3 Minor Modifications to Make Your Home Safer for Seniors 

An elderly couple sitting on a white couch, enjoying a safe and comfortable retirement at home.

If you live with your aging parents or grandparents, you might have noticed that their physical abilities and balance may deteriorate over time. This can make your home hazardous, leading to falls, burns, and other accidents. Some factors that put your loved one at risk of falls and injuries are limited mobility, poor eyesight, and lack of attention to minor safety hazards, like a tangled electrical cord or a loose rug.

To keep your loved ones safe and healthy, modifying the home environment is essential. This involves identifying all the hazards that could pose risks and switching things up as needed. Here are three minor modifications that can make your home safer for seniors.

Remove Tripping Hazards

A cluttered environment with tripping hazards, such as loose throw rugs, loose cords, or random objects, can be hazardous for seniors, as they can slip and fall. This can result in broken bones and head injuries and lead to a fear of falling, even if they don’t sustain injuries during the first fall.

It’s essential to clear the floor of all types of clutter, including loose cords, toys or other objects, and secure rugs by placing tables or chairs on top of them. Once you’ve removed tripping hazards, create a well-lit pathway and remove any furniture that may be in the way to allow your loved one to navigate the home.

Add Extra Lighting

With age, your loved one may develop vision problems, and limited eyesight can make it challenging for them to navigate the home safely. In addition, poor lighting can contribute to falls and accidents in the house, especially if seniors have difficulty seeing in dimly lit areas or distinguishing obstacles in their path.

A study found that improved indoor lighting improved healthy aging at home, so it’s important to prioritize lighting when caring for a senior. Install additional lighting in high-traffic areas of your home, such as hallways and staircases, to ensure seniors can see where they are going. If you want to conserve energy and avoid leaving the lights on 24/7, place the light switch in an area your loved one can easily reach or use motion-sensor light that will turn on when anyone enters the room.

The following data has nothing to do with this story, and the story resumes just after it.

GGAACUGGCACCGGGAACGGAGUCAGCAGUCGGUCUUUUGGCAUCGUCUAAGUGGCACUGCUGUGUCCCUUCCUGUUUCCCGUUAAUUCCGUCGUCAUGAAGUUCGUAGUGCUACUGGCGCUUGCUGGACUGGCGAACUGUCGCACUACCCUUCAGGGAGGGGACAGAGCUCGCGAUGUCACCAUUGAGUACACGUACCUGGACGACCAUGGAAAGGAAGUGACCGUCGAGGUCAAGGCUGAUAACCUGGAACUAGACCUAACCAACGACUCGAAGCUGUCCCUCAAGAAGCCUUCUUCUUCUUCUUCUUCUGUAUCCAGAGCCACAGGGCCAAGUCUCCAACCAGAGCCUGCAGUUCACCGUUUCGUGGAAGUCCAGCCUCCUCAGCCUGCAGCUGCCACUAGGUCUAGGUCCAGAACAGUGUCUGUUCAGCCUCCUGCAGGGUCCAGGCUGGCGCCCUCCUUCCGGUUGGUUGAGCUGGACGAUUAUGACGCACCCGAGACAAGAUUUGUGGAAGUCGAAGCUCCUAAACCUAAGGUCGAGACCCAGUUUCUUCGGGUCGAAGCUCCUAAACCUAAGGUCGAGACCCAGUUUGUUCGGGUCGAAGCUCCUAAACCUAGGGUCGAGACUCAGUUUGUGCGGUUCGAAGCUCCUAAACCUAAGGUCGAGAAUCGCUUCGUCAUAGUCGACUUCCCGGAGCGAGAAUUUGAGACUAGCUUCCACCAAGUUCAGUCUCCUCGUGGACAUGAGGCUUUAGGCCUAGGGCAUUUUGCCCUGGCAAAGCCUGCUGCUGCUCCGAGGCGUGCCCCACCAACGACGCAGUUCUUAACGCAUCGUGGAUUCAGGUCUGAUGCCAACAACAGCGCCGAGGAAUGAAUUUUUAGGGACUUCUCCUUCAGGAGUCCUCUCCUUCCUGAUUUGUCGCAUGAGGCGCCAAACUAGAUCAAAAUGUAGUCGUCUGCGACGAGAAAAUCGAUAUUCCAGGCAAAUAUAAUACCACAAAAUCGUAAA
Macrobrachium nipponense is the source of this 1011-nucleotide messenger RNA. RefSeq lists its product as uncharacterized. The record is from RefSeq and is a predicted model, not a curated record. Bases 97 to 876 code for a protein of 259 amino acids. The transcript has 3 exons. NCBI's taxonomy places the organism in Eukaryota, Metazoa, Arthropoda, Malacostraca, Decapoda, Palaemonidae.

Modify Bathrooms

Bathrooms can be particularly dangerous for seniors – wetfloors, slippery surfaces, and the difficulty of getting in and out of the shower can all lead to accidents. Consider installing a walk-in shower with grab bars and a non-slip surface or a raised toilet seat to make it easier for seniors to use the bathroom independently.

It’s important to do your research when choosing bathroom equipment to ensure you are investing in the right products. Although residential properties don’t need to be ADA-compliant, it can be helpful to learn about ADA shower requirements from a reputable supplier to understand what shower safety looks like. The measurements for residential property showers may vary from commercial ones; however, purchasing a walk-in shower from a brand that prioritizes accessibility can ensure you choose the right products to create a safe bathroom for seniors.

Modifying your home is essential to accommodate seniors and allow them to live safely, comfortably, and independently at home. A cleaner environment with improved vision of the area and a safe bathroom will improve the quality of your loved one’s life and help them stay happy and healthy.

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